World-renowned tai chi expert visits DMU campus

Dr. Paul Lam survived a childhood of terror, starvation and culture shock, facing these and other challenges with courage and determination. Later, motivated to become a doctor so that he could help heal people, he began studying tai chi with his father-in-law, hoping to ease the painful arthritis caused by his early years of starvation and malnutrition. Dr. Lam went on to become a world leader in using tai chi to improve health.

Dr. Lam, second from right, talks with (from left) Steven Halm, D.O., FAAP, FACP, dean of DMU’s College of Osteopathic Medicine; Sue Huppert, chief external and governmental affairs officer; Kathy Mercuris, P.T., D.H.S., associate professor of physical therapy; and Erica Heinrichs, a local instructor for the Tai Chi for Health Institute.

On Oct. 10, this hero of health visited the DMU campus to learn about the University, talk with faculty about their research in movement science and tour facilities including the renovated DMU Physical Therapy Clinic. The special programs and classes offered by the clinic include Tai Chi for Arthritis and Fall Prevention.

Born in Vietnam and named Bon Trong, meaning “born strong,” Dr. Lam was left with his grandmother in China when he was 10 months old. Soon after, the Communist Party under Mao Zedong overtook the country, which suffered a disastrous Great Famine that killed 70 million people. He escaped to Hong Kong when he was 16 and later, in Australia, pursued his dream of becoming a physician. But arthritis pain continued to plague him.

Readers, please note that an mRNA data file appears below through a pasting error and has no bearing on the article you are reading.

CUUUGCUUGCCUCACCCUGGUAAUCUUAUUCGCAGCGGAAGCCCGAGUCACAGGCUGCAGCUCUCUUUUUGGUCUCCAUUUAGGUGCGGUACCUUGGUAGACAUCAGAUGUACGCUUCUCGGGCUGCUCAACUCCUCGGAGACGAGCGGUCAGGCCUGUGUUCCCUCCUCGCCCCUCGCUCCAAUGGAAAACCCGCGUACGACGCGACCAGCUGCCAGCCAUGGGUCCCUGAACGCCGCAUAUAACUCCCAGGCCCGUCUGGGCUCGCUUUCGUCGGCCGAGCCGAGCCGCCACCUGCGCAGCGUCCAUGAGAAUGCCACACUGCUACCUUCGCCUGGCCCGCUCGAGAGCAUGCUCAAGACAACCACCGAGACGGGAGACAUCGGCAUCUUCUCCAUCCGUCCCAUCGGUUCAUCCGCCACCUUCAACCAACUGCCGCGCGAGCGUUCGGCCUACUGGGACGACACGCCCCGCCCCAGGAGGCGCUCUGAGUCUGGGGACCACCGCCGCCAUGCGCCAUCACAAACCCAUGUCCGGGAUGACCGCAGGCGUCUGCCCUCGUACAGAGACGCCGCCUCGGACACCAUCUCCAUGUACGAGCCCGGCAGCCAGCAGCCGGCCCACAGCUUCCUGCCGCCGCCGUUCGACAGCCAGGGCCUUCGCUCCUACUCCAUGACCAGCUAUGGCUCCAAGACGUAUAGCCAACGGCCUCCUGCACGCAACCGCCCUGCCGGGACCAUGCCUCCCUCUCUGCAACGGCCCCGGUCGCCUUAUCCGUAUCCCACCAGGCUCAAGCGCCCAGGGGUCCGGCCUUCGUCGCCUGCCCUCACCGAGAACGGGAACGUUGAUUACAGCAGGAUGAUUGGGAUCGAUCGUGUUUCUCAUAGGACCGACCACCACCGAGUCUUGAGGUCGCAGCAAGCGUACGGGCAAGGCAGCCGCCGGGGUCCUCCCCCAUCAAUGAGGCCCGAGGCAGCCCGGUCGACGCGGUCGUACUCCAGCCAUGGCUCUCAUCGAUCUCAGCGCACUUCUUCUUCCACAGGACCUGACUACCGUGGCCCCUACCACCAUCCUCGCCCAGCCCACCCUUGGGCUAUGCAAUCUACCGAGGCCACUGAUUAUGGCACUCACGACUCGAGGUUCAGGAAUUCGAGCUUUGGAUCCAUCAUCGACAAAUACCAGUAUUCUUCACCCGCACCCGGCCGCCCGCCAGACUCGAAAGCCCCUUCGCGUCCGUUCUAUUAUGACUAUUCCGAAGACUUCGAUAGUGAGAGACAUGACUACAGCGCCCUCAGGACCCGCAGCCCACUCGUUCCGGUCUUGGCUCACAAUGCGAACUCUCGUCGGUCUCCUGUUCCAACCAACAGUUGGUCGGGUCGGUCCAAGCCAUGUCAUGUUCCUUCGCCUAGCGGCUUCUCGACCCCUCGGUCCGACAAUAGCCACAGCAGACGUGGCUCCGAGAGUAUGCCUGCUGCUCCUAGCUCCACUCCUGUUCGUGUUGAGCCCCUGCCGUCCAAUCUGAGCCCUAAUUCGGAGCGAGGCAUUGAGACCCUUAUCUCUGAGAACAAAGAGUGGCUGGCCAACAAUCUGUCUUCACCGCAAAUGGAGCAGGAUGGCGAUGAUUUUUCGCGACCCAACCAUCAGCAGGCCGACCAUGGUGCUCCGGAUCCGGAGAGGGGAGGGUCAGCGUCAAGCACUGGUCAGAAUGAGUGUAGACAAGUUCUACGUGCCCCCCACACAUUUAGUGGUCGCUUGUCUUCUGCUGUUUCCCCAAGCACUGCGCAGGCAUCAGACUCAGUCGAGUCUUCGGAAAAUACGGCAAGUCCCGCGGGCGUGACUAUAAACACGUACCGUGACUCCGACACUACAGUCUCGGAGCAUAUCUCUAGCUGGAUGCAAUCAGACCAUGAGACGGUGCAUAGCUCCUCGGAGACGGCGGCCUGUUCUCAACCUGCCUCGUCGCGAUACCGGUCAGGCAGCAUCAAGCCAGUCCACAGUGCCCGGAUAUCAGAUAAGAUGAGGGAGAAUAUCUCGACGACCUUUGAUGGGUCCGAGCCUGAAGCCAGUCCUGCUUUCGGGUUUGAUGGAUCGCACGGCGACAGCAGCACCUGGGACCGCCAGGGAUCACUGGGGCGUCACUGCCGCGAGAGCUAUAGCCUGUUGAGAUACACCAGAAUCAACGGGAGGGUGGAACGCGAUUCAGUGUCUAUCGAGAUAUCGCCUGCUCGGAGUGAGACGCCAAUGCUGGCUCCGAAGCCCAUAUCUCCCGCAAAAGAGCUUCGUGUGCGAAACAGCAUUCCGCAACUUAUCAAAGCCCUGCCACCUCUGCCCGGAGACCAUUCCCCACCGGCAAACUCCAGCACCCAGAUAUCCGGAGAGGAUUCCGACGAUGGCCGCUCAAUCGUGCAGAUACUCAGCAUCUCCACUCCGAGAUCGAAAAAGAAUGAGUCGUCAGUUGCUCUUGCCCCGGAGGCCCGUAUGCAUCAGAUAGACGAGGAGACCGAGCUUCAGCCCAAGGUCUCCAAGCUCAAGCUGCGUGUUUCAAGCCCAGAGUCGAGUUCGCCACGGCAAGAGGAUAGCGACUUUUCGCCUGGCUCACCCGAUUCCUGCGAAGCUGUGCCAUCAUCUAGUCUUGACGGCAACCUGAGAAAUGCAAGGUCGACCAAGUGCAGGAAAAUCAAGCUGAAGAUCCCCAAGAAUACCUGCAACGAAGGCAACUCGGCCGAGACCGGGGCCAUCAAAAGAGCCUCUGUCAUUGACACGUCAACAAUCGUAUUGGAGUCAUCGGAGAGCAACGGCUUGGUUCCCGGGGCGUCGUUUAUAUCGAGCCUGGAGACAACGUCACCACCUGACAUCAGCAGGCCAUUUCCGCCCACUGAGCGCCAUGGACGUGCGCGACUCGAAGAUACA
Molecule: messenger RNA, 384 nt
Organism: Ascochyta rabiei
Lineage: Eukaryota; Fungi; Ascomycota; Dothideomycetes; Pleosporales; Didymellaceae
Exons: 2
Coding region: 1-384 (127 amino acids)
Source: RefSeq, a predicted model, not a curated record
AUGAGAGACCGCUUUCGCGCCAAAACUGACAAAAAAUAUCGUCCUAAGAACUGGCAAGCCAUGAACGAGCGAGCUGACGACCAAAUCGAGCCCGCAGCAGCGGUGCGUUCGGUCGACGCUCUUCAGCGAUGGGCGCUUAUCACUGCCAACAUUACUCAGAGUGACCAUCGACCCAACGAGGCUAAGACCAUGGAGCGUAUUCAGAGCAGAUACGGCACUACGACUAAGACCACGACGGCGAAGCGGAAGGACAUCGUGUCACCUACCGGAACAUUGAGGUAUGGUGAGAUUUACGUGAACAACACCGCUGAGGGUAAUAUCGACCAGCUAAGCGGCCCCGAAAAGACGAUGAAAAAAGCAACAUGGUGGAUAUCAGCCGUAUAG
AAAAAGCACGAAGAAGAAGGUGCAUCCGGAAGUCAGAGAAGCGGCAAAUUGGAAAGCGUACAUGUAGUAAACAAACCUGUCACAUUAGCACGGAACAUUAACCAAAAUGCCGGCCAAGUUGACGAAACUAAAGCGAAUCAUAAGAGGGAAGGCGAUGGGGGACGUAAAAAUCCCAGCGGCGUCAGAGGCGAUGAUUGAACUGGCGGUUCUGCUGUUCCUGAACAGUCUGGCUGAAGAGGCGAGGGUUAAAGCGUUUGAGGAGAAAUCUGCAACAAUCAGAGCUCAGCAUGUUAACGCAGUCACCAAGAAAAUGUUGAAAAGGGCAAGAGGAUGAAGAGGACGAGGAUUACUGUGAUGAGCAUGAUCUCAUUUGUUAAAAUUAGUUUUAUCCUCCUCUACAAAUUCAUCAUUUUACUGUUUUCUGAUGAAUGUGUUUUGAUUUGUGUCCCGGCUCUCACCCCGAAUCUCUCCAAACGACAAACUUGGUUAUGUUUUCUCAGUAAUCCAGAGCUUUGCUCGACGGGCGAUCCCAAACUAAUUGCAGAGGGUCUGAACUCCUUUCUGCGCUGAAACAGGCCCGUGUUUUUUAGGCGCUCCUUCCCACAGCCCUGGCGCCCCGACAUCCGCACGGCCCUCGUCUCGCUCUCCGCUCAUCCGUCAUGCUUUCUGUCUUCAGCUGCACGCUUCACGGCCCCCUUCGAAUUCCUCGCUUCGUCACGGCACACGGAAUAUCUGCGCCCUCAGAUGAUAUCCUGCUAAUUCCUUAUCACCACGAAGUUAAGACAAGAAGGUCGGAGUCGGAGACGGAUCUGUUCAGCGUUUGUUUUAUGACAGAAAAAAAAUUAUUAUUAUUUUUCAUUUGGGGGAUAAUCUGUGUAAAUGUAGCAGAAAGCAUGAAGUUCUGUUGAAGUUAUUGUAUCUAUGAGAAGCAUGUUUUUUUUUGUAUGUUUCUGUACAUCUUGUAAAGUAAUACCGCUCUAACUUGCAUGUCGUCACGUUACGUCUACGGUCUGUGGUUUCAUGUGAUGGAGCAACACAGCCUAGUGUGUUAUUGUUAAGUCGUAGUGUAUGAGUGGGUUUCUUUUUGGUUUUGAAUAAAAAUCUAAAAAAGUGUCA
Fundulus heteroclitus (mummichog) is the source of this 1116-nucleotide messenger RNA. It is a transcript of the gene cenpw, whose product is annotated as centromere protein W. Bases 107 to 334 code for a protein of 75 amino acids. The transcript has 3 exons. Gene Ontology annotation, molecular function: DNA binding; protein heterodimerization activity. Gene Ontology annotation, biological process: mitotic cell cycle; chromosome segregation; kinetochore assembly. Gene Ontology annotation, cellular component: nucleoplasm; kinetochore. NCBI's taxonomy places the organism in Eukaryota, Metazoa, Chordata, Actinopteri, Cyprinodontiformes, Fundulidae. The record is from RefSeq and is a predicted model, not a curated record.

Dr. Paul Lam takes a brief tai chi break with Kristin Lowry, Ph.D., left, and Kathy Mercuris, P.T., D.H.S., both associate professors of physical therapy at DMU.

“I knew the future for me was more medications, joint replacement and limitations on what I wanted to do,” he stated in a video interview on his website. “I didn’t want that, so that’s why I tried tai chi.” He trained for years with tai chi masters in China and worked to develop programs to help himself as well as others.

“As a doctor, it’s my job to find the best and quickest solutions for my patients,” he said in the video.

In 2010, Dr. Lam and his colleagues established the Tai Chi for Health Institute. His instructional DVDs and books serve tai chi learners at the beginning, intermediate and advanced levels who have a variety of conditions. The Centers for Disease Control and Prevention recommend his Tai Chi for Arthritis for Fall Prevention program, and numerous health organizations, fitness associations, hospitals and universities have supported one or all of his Tai Chi for Health programs.

Dr. Lam strikes a tai chi pose on equipment in the DMU Physical Therapy Clinic while Associate Professor Mercuris and Kari Smith, D.P.T., clinic manager, observe.

Dr. Lam said the “ultimate purpose” of tai chi is to improve one’s “chi,” the vital energy held to animate the body internally. Its principles include mindfulness, moving slowly and smoothly, and exercising in a standing position to strengthen the muscles that stabilize and support the spine.

Now over 70 years old, Dr. Lam says he continues to get stronger and more flexible with tai chi.

“When [your chi] is strong and harmonious, then you’re strong, healthy and harmonious,” he said in the video. “Tai chi builds inner strength and helps us to interact with others in a more positive, harmonious way.”

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